The long term debt/equity shows a value of 0.05 with a total debt/equity of 0.05. It gives the investors the idea on the company’s financial leverage, measured by apportioning total liabilities by its stockholders equity. It also illustrates how much debt the corporation is using to finance its assets in relation to the value represented in shareholders’ equity.
Moving Averages Fluctuations:
The highest trading profits are generally made in strongly trending markets, and the best way to detect trends, and changes in trends, is by the use of moving averages. Moving averages are average prices of a security or index over a specific time interval that is continually updated. Because prices are averaged, the daily fluctuations are dampened into a smoother line that better represents the current trend. The strength of the trend is indicated by the slope of the moving average, especially longer-term moving averages. Moving averages are also used in other technical indicators, such as Bollinger Bands, envelopes, and directional movement indicators.
Because moving averages are based on data in a preceding period, they are lagging indicators. They can only indicate a trend that is already in place. Moving averages based on shorter time spans more closely reflect the underlying current trend, but they are also more sensitive to the volatility of the markets, which can generate many false signals. To minimize false signals, especially in a whipsaw market that trades within a narrow range, multiple moving averages of different time spans are used together.
Foot Locker (FL) stock moved higher 2.30% in contrast to its 20 day moving average displaying short-term positive movement of stock. It shifted 3.67% up its 50-day simple moving average. This is showing medium-term optimistic trend based on SMA 50. The stock price went above 16.68% from its 200-day simple moving average identifying long-term positive trend.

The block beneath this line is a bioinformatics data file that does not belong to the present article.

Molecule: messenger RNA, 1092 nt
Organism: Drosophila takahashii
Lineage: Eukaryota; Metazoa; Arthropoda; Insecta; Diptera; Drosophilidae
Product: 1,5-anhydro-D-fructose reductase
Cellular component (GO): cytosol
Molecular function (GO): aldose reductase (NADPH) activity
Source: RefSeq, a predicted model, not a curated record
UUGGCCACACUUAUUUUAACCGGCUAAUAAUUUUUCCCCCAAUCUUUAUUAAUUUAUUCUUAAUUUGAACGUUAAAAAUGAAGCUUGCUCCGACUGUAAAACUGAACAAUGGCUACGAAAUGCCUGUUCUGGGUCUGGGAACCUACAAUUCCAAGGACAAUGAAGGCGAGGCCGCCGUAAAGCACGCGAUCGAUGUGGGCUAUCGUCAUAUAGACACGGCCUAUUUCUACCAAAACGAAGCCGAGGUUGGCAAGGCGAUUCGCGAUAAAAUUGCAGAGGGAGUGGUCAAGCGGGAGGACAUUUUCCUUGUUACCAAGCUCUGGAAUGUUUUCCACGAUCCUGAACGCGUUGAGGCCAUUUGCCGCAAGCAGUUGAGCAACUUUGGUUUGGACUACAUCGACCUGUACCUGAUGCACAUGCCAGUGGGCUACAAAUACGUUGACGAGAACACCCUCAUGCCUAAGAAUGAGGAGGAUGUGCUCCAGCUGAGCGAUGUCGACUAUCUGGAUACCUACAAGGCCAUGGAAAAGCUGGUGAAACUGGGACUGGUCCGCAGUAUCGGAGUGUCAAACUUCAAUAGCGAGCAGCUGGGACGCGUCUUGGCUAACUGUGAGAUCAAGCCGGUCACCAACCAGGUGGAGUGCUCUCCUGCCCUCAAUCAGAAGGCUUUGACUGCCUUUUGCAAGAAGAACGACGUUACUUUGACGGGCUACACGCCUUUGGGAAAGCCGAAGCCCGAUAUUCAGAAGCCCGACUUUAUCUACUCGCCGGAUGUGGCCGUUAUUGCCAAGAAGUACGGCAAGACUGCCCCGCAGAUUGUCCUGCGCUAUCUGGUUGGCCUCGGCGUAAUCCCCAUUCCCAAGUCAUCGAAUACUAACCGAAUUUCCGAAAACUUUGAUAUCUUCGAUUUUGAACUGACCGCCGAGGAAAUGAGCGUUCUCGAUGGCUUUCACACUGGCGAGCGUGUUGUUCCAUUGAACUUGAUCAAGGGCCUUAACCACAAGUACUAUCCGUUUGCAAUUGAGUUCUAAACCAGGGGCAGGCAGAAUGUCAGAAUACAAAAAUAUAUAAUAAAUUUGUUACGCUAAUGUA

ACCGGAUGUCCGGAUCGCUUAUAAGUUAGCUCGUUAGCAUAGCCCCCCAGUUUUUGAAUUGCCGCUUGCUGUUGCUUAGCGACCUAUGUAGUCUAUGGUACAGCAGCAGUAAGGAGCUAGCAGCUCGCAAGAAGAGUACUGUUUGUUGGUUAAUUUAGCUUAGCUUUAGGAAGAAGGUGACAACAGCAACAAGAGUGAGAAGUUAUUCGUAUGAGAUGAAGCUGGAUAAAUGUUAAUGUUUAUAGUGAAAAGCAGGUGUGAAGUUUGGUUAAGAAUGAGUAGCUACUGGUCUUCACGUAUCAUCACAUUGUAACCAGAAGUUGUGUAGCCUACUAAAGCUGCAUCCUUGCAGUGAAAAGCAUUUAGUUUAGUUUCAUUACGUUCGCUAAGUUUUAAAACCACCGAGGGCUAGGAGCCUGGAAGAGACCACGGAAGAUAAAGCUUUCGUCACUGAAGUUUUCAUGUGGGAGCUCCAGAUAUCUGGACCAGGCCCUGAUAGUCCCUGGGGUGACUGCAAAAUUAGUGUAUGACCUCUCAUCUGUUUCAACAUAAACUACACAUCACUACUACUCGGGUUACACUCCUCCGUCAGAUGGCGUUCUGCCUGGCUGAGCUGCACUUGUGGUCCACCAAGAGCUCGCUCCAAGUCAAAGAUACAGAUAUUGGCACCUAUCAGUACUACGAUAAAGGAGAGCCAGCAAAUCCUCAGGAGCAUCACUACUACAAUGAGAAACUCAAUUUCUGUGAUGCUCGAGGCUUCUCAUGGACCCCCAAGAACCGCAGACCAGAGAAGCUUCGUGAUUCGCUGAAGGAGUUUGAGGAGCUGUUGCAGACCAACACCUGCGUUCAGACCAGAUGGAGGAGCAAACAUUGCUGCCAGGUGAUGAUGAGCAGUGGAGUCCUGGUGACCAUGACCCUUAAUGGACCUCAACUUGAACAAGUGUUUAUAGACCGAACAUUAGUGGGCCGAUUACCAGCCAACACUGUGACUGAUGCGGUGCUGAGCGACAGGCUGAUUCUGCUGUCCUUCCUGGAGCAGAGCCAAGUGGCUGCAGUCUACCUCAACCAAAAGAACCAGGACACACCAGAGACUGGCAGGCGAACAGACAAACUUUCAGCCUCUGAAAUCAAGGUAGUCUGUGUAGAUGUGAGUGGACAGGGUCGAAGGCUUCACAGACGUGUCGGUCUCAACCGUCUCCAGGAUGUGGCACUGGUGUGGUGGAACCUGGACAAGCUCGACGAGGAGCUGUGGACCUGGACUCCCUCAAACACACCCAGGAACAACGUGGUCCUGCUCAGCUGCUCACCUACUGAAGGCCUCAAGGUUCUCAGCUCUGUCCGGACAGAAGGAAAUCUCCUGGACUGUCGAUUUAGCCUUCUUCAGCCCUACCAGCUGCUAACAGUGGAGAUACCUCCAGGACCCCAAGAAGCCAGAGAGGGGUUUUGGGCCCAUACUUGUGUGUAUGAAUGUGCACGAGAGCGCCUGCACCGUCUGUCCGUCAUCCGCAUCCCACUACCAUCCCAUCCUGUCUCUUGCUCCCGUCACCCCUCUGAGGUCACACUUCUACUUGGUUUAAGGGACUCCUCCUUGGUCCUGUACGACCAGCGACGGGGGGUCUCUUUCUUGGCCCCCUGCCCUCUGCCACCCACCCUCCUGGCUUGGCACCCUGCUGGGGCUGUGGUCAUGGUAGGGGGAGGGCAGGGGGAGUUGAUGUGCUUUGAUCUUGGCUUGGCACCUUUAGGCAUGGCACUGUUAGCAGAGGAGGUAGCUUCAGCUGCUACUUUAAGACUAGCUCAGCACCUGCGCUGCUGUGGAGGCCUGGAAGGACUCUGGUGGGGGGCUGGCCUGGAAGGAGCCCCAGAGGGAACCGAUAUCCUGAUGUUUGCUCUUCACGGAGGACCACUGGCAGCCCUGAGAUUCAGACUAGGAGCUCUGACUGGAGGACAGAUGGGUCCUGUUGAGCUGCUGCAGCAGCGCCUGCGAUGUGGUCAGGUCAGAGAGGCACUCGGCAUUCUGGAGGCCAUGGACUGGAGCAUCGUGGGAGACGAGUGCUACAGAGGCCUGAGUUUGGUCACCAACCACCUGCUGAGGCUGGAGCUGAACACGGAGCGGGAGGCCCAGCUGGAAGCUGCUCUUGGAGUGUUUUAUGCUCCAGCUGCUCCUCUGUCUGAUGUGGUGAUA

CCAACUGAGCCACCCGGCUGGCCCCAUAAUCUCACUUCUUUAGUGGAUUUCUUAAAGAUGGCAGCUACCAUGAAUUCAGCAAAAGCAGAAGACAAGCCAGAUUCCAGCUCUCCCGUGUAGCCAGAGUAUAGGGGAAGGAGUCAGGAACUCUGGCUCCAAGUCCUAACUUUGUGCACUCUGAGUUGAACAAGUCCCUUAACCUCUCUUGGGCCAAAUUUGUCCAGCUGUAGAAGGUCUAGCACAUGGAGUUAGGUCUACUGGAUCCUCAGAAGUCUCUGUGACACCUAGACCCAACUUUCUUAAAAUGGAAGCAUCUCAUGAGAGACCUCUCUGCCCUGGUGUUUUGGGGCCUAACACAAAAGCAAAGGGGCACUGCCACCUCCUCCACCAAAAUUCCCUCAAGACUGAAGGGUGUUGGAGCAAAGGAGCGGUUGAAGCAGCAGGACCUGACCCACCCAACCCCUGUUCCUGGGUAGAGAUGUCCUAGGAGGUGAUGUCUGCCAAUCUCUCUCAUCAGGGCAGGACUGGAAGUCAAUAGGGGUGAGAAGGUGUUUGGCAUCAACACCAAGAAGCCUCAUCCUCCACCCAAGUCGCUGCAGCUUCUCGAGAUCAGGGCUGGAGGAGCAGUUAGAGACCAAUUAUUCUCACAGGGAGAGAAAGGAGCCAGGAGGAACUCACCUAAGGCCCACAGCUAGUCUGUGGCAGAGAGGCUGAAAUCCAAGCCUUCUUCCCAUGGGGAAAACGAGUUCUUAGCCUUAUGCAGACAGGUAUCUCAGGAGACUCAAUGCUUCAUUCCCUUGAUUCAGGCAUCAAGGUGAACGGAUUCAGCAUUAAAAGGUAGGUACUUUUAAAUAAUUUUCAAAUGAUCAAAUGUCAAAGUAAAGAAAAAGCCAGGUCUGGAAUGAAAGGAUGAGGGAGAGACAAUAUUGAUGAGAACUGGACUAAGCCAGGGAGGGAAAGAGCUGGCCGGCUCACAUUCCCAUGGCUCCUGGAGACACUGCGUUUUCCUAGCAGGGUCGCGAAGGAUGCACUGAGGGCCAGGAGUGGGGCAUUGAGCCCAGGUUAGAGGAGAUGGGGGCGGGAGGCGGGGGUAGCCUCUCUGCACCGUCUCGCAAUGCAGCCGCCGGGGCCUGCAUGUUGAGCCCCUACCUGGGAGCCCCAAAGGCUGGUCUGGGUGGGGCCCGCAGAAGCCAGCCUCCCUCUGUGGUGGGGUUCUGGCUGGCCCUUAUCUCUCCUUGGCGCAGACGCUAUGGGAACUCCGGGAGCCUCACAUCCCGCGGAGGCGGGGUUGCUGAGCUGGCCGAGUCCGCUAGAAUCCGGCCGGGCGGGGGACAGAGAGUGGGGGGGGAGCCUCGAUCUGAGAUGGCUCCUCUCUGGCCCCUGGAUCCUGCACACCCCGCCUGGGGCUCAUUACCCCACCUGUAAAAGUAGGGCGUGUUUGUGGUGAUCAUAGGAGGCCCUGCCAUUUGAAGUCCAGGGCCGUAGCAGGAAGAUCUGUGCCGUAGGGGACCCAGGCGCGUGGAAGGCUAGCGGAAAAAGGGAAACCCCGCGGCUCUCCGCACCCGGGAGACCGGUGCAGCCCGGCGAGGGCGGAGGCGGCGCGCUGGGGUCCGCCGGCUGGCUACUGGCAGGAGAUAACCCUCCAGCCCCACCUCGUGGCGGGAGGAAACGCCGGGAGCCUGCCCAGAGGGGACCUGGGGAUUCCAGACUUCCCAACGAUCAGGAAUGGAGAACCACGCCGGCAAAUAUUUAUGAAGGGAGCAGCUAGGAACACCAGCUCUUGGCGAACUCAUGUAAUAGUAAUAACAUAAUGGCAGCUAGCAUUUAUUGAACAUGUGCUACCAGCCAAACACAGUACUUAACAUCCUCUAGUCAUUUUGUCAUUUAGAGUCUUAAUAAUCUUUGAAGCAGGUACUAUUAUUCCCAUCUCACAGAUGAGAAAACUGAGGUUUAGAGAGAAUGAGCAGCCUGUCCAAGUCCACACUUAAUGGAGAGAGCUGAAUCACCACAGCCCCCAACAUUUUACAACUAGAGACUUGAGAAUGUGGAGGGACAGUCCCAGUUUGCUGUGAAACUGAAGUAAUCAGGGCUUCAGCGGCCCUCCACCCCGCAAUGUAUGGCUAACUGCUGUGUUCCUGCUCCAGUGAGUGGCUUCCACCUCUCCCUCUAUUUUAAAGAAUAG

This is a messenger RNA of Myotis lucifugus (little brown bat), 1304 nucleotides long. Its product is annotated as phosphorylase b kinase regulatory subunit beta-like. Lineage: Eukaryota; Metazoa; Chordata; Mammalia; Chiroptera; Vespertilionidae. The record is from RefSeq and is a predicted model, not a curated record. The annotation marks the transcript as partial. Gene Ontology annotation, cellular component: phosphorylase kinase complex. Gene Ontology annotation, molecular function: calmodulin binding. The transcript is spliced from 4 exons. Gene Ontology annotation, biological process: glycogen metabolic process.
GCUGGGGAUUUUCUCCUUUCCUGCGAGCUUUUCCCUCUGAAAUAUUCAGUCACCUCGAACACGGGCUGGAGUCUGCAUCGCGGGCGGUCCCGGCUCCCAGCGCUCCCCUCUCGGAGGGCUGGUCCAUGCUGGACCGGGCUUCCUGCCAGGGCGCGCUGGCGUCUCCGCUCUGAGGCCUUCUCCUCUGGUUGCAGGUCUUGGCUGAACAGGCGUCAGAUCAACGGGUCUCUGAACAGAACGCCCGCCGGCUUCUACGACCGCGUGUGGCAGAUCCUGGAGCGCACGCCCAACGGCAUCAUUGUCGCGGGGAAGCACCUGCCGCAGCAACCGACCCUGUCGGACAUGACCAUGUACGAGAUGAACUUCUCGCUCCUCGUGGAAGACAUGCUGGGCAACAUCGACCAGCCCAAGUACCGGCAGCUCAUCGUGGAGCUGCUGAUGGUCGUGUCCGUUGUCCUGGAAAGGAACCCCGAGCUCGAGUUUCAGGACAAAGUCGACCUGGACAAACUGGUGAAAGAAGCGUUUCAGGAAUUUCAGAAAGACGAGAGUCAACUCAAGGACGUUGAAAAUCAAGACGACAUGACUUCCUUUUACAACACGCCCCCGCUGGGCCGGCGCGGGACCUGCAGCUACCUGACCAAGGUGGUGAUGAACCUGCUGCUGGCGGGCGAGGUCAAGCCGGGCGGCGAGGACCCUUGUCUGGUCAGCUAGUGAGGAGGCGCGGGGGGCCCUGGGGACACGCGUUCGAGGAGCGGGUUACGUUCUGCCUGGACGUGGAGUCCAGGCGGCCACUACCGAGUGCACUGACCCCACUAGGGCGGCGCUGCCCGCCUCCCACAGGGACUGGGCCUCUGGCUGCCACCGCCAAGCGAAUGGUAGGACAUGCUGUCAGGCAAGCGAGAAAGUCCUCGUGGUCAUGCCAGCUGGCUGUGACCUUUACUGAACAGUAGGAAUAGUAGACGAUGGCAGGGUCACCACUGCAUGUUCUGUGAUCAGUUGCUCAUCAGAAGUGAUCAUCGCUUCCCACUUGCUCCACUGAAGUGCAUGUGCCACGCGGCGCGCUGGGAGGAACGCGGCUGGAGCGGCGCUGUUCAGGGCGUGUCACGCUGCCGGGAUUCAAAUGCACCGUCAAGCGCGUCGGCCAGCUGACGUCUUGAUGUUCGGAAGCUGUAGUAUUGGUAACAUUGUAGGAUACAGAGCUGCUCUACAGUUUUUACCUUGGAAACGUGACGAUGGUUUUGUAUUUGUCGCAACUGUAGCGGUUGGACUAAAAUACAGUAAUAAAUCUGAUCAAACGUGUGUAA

David Culbreth – Category – Business
David Culbreth is a self-taught investor that has been investing in equities since she was a senior in college and continues to invest. He is extremely devoted to demystifying investing terminology for new investors.
David Culbreth is a senior author and journalist. He has more than 5 years of experience in institutional investment markets, including fixed income, equities, derivatives and real estate. David has a Bachelor in Business Administration with a major in Finance. He bought his first stocks in a private business at age 15 and made his first public stock trade at 23. He has always been interested in the stock market and how it behaves.
As the dad of two children, he’s made saving money and investing for them a high priority. Over many years of investing, he has made some wise choices and he’s made many mistakes. But he’s learned from both. Mr. David observations and experience give him the insight to stock market patterns and the investor behaviors that create them.